Grounded in God, laced into creation, redeemed by Jesus, granted to the church, lived out in the lives of its saints, to the glory of God – here we have a “system” that goes as deep as it does wide. (Page 61)
This is very useful.
As he gets into the five APEST aspects themselves, Hirsch brings in a very useful distinction between what he calls “functions” and “callings” (p94). The distinction allows us to consider the fivefold, firstly, in terms of the church’s “innate purpose and functionality” and, secondly, in terms of individual calling or vocation. That is, we can speak of how the church, exercising the Ministry of Christ as the Body of Christ, to avoid dysfunction, needs to be, in a corporate sense, apostolic (A), prophetic (P), evangelistic (E), pastoral (S), and didactic (T). Any sense of individual calling is best seen as an expression of that, an outworking of the Ministry of Christ in one member of the Body of Christ.
And so, having foreshadowed them, Hirsch arrives at his definitions of the APEST functions and callings (p99ff):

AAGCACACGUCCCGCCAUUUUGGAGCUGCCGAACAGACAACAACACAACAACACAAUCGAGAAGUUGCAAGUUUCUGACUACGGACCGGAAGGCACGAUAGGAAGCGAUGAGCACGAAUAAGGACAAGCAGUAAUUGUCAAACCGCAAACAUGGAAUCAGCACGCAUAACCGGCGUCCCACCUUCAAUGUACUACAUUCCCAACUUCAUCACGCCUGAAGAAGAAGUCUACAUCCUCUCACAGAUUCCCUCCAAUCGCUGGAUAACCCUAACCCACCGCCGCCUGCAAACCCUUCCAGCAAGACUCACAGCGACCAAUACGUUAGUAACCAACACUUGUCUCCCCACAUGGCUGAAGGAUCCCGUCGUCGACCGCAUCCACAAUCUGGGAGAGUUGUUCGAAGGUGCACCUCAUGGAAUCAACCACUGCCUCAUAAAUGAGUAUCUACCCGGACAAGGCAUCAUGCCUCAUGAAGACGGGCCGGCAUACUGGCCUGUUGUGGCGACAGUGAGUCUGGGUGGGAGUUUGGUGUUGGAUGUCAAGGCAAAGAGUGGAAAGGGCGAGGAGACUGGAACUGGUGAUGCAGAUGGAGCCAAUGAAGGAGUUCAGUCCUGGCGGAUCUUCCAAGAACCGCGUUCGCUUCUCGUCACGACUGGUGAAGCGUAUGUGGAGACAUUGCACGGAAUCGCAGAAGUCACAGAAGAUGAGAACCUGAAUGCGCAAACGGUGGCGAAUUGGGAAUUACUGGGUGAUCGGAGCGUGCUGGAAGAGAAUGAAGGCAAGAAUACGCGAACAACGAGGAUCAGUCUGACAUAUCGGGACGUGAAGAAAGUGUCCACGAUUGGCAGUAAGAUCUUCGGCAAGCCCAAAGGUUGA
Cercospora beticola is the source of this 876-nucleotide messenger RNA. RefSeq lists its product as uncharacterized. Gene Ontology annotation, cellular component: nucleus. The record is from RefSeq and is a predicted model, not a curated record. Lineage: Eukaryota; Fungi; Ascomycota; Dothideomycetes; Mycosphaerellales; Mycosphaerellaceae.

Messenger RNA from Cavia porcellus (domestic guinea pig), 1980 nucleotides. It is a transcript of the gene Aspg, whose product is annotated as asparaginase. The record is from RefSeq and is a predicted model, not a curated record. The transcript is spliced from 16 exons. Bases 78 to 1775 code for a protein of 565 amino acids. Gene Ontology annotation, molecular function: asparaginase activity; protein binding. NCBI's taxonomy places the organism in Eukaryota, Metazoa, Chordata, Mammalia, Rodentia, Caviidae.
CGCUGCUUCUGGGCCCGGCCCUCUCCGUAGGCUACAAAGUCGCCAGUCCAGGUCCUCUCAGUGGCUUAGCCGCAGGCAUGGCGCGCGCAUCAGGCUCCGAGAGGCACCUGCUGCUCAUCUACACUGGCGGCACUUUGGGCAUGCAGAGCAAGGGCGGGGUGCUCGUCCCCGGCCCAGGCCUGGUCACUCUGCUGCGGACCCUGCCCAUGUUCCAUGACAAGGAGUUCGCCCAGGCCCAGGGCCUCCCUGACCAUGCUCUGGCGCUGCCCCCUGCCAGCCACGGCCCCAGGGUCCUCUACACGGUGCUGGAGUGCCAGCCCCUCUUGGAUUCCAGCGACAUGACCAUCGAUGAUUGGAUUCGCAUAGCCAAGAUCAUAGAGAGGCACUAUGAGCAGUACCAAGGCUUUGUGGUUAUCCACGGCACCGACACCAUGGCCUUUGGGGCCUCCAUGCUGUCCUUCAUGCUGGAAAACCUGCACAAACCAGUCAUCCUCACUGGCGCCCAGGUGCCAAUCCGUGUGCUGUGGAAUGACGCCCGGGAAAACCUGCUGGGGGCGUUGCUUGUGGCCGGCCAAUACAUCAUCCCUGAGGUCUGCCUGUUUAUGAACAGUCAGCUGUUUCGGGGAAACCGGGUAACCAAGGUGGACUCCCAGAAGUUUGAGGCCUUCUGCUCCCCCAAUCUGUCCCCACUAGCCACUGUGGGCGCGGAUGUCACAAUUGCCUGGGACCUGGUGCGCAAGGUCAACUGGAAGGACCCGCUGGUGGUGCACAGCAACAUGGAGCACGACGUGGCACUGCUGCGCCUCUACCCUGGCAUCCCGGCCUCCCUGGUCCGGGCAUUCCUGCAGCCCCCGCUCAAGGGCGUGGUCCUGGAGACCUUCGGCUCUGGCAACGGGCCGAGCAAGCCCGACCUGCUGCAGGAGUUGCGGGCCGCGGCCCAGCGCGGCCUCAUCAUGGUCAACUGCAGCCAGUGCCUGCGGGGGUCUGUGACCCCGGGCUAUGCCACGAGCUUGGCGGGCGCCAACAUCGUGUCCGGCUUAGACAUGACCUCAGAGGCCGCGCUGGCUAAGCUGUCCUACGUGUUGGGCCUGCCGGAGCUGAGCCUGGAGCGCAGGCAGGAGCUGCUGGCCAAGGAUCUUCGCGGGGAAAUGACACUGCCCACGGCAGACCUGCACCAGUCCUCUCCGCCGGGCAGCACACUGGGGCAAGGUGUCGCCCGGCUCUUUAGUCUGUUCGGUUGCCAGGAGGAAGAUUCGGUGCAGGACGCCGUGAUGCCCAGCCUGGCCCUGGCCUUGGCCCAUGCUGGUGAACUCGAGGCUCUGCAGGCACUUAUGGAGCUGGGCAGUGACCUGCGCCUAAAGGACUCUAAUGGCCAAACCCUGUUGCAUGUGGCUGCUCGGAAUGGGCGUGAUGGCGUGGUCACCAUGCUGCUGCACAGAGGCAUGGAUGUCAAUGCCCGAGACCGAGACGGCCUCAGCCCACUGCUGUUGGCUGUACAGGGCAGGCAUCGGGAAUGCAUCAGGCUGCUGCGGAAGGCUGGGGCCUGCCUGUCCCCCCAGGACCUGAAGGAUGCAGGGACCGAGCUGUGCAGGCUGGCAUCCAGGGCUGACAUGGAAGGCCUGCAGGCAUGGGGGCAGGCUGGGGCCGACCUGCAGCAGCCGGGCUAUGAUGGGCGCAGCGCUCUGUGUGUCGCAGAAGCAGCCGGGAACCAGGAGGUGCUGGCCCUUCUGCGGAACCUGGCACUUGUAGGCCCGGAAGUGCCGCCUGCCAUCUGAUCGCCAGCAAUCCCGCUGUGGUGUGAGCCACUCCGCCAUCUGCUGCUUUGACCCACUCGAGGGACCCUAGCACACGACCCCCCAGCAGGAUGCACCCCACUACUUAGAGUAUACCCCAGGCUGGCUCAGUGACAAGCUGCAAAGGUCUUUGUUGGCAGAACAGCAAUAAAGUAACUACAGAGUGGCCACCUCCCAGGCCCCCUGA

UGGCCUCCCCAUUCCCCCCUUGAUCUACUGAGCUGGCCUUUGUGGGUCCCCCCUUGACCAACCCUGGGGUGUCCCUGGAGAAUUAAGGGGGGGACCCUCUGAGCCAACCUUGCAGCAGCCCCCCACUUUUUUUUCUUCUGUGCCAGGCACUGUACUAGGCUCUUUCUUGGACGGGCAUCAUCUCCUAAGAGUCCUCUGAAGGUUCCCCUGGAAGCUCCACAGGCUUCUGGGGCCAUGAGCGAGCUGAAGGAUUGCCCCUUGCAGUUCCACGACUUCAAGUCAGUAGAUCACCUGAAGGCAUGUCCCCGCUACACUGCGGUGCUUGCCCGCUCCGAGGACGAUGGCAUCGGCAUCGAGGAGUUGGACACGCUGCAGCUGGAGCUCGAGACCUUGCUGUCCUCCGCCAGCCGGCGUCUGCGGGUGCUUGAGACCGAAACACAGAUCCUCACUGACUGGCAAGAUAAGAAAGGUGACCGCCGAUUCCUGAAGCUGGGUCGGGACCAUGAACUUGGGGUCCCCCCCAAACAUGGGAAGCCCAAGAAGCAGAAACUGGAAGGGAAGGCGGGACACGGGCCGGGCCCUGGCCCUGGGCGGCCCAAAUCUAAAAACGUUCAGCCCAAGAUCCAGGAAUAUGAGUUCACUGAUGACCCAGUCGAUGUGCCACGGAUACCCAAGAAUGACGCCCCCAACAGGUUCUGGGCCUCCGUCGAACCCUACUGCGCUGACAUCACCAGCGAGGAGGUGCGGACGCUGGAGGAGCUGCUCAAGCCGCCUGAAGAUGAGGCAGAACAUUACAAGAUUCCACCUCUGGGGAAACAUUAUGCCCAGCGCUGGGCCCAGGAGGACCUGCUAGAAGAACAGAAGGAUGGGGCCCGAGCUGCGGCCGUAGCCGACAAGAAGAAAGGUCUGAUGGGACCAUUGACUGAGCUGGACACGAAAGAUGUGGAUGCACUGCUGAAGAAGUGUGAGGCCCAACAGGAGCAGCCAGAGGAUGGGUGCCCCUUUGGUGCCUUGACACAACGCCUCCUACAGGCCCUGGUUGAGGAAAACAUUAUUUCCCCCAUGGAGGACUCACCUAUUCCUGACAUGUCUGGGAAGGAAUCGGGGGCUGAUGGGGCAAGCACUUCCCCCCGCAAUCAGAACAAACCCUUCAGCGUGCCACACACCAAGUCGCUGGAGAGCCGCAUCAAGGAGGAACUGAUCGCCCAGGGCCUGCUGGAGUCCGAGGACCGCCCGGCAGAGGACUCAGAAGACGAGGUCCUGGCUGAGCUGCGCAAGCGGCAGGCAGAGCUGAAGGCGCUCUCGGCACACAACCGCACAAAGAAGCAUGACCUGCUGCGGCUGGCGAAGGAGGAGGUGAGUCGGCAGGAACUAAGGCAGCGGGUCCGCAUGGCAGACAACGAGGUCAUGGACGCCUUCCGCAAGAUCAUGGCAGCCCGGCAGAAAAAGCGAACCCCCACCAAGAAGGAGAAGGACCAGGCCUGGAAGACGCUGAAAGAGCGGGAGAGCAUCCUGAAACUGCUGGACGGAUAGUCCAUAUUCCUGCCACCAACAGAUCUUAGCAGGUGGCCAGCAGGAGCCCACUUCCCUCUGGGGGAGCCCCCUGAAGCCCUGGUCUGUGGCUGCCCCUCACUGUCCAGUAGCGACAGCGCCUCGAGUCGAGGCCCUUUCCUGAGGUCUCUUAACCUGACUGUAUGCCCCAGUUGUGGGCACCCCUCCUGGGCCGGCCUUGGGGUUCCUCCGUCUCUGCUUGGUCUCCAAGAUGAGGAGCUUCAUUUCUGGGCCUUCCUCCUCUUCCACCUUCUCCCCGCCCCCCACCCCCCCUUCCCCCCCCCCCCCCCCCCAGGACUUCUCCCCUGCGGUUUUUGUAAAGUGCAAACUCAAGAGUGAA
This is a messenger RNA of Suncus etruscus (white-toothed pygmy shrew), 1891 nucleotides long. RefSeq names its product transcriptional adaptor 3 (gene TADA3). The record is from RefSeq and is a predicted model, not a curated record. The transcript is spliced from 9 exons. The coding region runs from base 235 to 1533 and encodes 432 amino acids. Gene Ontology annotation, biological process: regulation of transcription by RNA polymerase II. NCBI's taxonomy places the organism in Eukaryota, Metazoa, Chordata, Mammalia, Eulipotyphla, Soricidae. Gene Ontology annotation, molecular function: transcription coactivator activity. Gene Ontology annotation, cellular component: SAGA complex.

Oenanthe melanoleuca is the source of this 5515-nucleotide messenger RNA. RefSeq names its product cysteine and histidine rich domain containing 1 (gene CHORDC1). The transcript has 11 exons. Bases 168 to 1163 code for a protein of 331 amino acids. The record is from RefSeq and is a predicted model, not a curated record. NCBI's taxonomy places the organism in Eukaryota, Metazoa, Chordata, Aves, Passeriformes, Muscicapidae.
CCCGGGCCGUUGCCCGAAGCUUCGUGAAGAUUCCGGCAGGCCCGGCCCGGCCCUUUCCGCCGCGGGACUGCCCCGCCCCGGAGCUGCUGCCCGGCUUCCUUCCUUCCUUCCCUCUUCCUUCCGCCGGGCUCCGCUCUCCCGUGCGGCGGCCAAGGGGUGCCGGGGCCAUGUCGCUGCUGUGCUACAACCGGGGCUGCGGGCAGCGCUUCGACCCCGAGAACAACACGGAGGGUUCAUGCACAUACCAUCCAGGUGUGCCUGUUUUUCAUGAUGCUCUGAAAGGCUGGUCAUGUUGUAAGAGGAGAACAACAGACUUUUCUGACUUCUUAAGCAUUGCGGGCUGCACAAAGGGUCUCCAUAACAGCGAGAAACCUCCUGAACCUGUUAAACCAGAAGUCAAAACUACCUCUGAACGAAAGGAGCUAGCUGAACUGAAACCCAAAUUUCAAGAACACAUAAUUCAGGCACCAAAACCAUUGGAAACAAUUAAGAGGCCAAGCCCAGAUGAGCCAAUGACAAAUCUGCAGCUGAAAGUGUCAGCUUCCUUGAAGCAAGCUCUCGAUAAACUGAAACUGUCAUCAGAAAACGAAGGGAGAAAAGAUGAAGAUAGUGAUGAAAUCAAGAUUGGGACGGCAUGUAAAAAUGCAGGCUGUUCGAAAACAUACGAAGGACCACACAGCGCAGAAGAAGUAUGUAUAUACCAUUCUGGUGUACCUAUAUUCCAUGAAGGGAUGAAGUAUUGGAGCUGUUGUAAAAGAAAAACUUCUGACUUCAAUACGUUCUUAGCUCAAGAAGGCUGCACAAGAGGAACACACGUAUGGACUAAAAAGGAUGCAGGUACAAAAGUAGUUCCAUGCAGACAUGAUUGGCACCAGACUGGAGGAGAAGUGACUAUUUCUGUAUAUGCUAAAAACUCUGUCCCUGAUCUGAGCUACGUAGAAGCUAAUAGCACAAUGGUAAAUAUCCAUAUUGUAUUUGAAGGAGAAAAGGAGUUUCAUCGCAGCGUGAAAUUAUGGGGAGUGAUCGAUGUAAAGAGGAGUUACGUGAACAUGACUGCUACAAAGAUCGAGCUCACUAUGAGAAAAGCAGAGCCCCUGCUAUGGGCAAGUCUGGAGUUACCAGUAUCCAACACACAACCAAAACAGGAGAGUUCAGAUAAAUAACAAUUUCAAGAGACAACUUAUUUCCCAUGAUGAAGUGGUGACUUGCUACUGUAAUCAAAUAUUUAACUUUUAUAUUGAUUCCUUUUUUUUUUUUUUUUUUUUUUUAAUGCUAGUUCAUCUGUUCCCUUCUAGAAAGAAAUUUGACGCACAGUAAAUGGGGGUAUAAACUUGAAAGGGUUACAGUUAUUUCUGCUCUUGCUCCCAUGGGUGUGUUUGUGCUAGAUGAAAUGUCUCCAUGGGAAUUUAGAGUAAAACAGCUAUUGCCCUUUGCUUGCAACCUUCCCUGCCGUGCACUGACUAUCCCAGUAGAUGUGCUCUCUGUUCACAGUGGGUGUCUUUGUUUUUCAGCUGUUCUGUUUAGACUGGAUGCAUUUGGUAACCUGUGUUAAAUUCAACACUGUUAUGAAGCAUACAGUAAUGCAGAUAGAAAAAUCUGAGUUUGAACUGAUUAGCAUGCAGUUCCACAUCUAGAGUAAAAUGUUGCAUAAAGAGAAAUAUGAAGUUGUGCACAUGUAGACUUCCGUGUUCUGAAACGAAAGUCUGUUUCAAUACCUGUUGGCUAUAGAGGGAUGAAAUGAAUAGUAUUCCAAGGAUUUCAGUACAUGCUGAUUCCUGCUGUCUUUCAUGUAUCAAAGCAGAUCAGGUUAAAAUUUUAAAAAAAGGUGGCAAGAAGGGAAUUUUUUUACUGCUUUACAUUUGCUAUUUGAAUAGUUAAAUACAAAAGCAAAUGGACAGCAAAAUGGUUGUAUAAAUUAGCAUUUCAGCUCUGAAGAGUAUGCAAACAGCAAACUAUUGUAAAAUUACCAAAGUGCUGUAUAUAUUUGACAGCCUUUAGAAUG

Apostolic-Apostle (p99): Is rightly identified as correlating to the missionary “sentness” of the church. “The driving logic of the apostolicity is the extension of the Jesus movement in and through the lives of the adherents, as well as establishing the church onto new ground.”
From my own discernment, I feel that Hirsch overemphasises the functional and entrepreneurial aspects of the apostolic (entrepreneurship attaches more to the Evangelistic in my experience) and he also overlaps with the Prophetic when it comes to the guarding of values. This is a common mis-step in fivefold literature, and can be avoided by looking just a little deeper.
The apostolic is at the heart of movement but doesn’t usually generate it by being out in front, but primarily through covering and parenting. Come close to the apostolic and you find yourself connected in worship to the fathering heart of God, you find something kenotic, poured out for the sake of the body. Paul is a definitive example (e.g. 1 Cor 4:9, 2 Tim 4:6). The confusion comes, because, in providing the covering, the apostolic will often lead with the shape of the other functions, so as to guide and bring movement in that area.
Prophetic-Prophet (p102): Is rightly associated with the call to holistic worship, so that “as his people, we are to be the one place where God, and everything he stands for, is revered, cherished, and obeyed.” Hirsch usefully observes a “vertically” orientated prophetic that feels what God feels and brings about an encounter with him, and a “horizontally” orientated prophetic that calls people to covenant obligations of justice, holiness, right worship, and right living. It risks a false demarcation, but this properly recognises both the “mystical-charismatic” and “social justice” (p105) aspect of the prophetic.